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The Threat of Instability: Neurodegeneration Predicted by Protein Destabilization and Aggregation Propensity

  • Elizabeth M Meiering
  • Published: July 29, 2008
  • DOI: 10.1371/journal.pbio.0060193

In 1961, elegant experiments by Christian Anfinsen first demonstrated that a protein, the enzyme ribonuclease A, could be reversibly denatured (unfolded) and subsequently renatured (refolded) to its functional native state [1]. This and subsequent similar findings for many other proteins gave rise to a central tenet of protein folding, that the information specifying how a protein attains its native state is encoded in its primary amino acid sequence. Thus was posed “The Protein Folding Problem,” which remains a central unsolved problem in biology: exactly how does a protein's primary sequence determine its structure and function, or its misfolding and misfunction?

Until the late 1980s, protein folding was studied by relatively few scientists, and the problem was generally regarded as fundamental, but of minimal immediate, practical importance. With the advent of massive genome sequencing efforts and the concomitant recognition that many diseases are caused by single amino acid substitutions in many different proteins, the drive to understand how primary sequence governs folding and function greatly intensified. A common feature of numerous mutation-linked diseases is the deposition of misfolded protein aggregates. Extensive studies have shown that protein aggregates are often misfunctional, i.e., toxic to cells, but the nature and targets of the toxic aggregated species are not well understood and are still under intense investigation. Anfinsen's and related experiments also established that the folding of an unfolded protein is not trivial, depending strongly on solution conditions, and protein misfolding and aggregation reactions typically compete with folding reactions. Furthermore, the difference in energy between the native folded state and the unfolded state of a protein, which defines its thermodynamic stability, is typically small (20–40 kJ mol−1), corresponding to the energy of one to several noncovalent interactions (such as a hydrogen bond, or salt bridge) among the myriad of such interactions occurring in both the folded and unfolded states [2]. As a consequence, it is quite easy to significantly alter the relative proportions of protein occupying the folded versus fully or partially unfolded states, for example by substitution of a single amino acid, or by a covalent modification such as proteolysis (as is also frequently observed for proteins associated with misfolding diseases).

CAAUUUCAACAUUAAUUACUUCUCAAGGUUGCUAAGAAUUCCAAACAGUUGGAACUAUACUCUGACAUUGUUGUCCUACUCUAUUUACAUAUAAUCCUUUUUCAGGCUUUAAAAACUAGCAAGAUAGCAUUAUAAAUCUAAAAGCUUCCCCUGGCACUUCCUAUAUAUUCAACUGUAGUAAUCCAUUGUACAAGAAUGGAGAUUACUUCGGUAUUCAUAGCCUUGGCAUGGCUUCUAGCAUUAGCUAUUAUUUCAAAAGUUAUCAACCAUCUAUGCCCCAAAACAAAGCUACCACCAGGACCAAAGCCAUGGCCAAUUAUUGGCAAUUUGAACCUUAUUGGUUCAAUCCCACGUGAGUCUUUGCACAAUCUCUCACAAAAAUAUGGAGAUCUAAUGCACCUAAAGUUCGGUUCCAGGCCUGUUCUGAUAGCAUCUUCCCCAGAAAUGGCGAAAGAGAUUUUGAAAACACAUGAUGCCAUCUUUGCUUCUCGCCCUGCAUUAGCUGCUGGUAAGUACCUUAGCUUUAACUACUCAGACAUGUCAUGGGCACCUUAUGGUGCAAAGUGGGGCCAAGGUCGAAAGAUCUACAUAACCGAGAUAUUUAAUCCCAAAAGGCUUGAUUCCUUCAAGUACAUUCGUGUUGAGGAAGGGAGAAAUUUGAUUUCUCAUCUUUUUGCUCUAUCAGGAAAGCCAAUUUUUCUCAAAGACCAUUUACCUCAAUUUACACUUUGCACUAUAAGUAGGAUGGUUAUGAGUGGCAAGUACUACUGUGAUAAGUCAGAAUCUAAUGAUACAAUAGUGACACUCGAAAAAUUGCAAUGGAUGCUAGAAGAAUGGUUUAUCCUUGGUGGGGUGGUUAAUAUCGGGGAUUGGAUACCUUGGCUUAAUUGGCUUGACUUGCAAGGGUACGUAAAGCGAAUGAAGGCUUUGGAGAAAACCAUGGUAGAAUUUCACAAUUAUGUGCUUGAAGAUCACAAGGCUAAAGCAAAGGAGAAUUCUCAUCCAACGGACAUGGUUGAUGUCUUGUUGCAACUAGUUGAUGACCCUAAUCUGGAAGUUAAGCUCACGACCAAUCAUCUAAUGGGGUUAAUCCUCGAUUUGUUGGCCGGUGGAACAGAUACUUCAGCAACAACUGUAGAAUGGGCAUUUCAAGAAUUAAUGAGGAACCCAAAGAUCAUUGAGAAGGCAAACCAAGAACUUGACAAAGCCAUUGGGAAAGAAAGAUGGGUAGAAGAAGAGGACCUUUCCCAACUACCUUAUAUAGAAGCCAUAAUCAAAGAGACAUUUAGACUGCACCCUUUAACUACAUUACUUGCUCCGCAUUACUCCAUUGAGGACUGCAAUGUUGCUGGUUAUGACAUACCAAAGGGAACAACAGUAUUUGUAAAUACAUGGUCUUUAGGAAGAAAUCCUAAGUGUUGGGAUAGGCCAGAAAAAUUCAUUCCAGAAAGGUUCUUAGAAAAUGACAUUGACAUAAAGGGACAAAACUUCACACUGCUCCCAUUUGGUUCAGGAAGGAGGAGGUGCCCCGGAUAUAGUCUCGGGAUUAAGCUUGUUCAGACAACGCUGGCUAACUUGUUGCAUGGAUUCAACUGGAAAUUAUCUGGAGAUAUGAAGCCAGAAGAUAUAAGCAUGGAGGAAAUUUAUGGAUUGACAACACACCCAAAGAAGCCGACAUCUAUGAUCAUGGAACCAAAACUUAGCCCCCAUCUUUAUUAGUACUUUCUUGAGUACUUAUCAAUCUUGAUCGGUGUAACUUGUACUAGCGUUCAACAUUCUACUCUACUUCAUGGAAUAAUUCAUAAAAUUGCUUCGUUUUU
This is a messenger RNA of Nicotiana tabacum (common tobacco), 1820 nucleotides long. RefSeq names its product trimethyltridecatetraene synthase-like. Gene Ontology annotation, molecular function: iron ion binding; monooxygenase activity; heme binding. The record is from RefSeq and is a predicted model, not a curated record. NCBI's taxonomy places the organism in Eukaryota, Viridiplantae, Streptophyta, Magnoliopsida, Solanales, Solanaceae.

Thus, it appears that many proteins have evolved to be only as stable as they need to be in order to remain largely folded and active, but also sufficiently unstable to be easily turned over or regulated. Some proteins are not even folded into a defined globular shape, and instead populate a fluctuating, natively unfolded state that can switch to a folded state upon binding of a suitable partner molecule. Such natively unfolded proteins have different characteristics from native globular proteins, such as a higher proportion of charged amino acids and lower proportion of hydrophobic amino acids, which decrease their tendency to aggregate [3].

Molecular Details and Consequences of Protein Aggregation

The molecular details of protein aggregation are in general not well understood, owing to the complexity and variability of misfolding reactions and technical difficulties in characterizing aggregates, due to their often heterogeneous and fibrillar nature. Aggregate structures can range from poorly ordered (amorphous) to highly ordered, and the same protein can adopt a range of structures, depending on solution conditions. Both amorphous and ordered aggregates are often enriched in beta-sheet secondary structure. A common type of beta-sheet-based, ordered aggregate structure that has been studied extensively is known as amyloid [4]. It has been proposed that the ability to form amyloid structure is an inherent or generic property of polypeptide chains, although the propensity to do so can vary dramatically with primary sequence. Amyloid formation is associated with a host of diseases—notably prevalent neurodegenerative diseases, including Alzheimer, Parkinson, and Huntington diseases as well as prion diseases, but also non-neuropathic systemic and localized diseases. Amyloid aggregates consist of long unbranched fibers of a given protein, which forms a “cross-beta” structure in which beta-strands are oriented perpendicular to the axis of the fiber. Also, they exhibit “apple-green” birefringence upon staining with Congo red, a dye long used by pathologists to diagnose misfolding diseases. The amyloidogenic proteins in the different diseases are highly diverse in terms of their primary sequences, native structures, and functions, and include both folded globular and natively unfolded proteins. Aggregate structures associated with other diseases do not fit all the criteria for amyloid, but are often also fibrillar [4,5].